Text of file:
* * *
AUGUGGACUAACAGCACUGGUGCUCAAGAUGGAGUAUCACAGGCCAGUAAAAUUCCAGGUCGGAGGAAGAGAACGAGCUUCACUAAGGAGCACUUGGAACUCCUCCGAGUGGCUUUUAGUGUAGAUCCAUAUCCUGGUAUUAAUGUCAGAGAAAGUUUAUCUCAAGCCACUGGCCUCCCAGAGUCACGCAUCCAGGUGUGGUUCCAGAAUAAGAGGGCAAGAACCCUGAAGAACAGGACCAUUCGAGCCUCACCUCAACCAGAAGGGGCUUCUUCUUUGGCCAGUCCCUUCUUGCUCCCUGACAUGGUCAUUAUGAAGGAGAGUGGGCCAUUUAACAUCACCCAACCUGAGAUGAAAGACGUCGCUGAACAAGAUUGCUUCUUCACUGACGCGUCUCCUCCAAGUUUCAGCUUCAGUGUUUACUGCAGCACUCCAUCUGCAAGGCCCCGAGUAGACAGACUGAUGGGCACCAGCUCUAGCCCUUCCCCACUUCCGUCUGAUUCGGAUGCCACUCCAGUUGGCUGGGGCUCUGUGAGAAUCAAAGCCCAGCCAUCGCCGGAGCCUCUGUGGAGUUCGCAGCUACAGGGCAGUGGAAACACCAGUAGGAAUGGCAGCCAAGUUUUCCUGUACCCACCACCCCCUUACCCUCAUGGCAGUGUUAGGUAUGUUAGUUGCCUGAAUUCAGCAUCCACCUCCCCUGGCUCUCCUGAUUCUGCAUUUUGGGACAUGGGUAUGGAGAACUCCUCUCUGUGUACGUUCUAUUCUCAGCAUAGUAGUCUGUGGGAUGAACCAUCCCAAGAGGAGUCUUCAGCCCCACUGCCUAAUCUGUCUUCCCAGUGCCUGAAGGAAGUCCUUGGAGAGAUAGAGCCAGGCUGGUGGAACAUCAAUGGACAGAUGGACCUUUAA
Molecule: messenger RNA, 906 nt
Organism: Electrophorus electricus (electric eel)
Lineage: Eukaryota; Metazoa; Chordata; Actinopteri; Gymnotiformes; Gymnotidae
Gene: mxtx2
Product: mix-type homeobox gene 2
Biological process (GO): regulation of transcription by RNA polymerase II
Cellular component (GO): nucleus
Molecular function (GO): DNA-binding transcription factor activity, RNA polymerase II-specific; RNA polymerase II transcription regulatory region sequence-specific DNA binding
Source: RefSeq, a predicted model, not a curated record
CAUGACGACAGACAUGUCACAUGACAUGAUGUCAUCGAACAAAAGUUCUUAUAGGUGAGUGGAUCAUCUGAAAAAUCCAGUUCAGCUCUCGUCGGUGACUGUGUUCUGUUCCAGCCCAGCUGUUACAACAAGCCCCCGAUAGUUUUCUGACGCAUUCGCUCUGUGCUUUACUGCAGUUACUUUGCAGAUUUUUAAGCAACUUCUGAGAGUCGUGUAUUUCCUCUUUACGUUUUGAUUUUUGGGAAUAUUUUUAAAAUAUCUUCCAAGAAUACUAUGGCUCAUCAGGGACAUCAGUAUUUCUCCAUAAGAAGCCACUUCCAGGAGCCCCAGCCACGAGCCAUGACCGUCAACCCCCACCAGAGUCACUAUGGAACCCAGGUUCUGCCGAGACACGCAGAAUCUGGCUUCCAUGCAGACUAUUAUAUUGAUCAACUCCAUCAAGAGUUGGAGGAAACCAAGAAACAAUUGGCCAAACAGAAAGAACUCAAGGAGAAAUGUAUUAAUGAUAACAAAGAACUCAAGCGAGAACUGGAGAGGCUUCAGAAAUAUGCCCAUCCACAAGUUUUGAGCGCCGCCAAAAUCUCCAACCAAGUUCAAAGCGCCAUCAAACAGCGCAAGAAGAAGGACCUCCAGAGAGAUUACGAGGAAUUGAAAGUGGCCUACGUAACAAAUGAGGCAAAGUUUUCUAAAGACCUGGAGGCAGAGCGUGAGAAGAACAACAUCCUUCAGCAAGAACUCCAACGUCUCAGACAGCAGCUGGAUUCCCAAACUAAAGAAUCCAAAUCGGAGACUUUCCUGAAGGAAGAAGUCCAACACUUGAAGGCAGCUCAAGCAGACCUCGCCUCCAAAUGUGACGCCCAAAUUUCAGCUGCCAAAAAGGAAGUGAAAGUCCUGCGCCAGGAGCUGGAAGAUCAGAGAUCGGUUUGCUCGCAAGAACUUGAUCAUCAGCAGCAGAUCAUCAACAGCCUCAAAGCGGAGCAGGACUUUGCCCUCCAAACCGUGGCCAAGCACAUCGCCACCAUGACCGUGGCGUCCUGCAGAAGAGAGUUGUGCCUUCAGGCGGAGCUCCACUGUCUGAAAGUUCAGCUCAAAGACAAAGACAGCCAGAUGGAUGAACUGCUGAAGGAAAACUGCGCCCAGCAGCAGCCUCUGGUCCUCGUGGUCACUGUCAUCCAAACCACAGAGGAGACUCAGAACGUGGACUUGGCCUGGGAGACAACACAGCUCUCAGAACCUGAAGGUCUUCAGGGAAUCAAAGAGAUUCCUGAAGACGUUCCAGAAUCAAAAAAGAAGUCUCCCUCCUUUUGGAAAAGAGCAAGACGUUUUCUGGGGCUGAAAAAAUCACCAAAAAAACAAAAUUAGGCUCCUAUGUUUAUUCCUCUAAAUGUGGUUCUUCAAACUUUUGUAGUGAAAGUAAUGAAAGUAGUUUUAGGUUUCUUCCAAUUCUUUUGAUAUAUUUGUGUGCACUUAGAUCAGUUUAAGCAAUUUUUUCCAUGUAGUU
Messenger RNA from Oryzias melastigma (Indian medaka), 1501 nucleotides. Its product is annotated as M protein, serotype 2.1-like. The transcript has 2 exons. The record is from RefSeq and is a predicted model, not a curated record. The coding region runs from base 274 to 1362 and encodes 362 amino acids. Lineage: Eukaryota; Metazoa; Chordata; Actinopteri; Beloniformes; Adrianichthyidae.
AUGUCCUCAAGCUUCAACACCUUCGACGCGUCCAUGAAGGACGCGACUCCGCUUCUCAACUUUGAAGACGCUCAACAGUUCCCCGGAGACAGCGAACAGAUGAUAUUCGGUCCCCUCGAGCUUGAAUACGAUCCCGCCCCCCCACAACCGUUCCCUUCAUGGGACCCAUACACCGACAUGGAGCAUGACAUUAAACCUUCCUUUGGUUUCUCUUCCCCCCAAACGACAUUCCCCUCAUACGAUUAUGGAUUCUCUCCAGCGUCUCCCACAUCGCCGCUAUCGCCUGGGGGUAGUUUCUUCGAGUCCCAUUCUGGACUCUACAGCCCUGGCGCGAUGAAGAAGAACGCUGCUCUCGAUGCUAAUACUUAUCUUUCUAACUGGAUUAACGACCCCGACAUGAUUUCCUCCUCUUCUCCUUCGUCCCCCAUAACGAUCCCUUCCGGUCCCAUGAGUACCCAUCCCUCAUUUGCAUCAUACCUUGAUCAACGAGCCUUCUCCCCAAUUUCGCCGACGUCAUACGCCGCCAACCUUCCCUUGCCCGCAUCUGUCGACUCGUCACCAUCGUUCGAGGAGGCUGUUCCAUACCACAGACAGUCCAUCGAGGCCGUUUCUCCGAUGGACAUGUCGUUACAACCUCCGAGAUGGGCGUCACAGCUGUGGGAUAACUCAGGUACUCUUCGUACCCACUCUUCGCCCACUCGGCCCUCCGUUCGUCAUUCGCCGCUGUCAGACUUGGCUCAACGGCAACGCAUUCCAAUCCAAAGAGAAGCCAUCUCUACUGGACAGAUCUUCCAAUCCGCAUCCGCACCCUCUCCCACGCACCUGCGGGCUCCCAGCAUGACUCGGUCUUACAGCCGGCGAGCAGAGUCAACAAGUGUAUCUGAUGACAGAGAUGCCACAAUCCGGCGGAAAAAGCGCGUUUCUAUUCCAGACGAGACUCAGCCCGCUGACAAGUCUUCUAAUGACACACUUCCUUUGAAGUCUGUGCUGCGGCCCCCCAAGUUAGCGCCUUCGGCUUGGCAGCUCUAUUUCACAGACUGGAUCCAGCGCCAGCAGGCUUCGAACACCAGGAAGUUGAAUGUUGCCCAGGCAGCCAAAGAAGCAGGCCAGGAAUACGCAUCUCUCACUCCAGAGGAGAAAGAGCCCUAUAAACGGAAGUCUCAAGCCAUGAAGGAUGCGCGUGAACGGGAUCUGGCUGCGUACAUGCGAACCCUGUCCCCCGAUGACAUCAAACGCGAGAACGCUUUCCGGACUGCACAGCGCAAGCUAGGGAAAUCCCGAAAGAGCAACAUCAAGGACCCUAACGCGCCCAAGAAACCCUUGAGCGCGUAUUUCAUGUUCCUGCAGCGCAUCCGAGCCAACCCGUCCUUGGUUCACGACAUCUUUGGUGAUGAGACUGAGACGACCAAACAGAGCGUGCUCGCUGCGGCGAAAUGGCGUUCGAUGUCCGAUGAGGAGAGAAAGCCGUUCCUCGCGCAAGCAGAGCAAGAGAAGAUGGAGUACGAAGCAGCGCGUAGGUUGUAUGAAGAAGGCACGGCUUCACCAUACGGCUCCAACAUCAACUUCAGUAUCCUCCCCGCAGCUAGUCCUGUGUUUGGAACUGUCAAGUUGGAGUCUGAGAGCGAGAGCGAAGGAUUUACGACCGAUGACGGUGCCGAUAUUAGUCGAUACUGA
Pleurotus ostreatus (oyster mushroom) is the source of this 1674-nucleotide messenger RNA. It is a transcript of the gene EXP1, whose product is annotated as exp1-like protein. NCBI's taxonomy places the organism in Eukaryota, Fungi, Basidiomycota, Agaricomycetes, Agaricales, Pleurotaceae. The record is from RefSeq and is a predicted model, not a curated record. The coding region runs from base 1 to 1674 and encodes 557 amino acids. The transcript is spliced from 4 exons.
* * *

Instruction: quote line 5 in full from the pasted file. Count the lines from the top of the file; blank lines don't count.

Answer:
Gene: mxtx2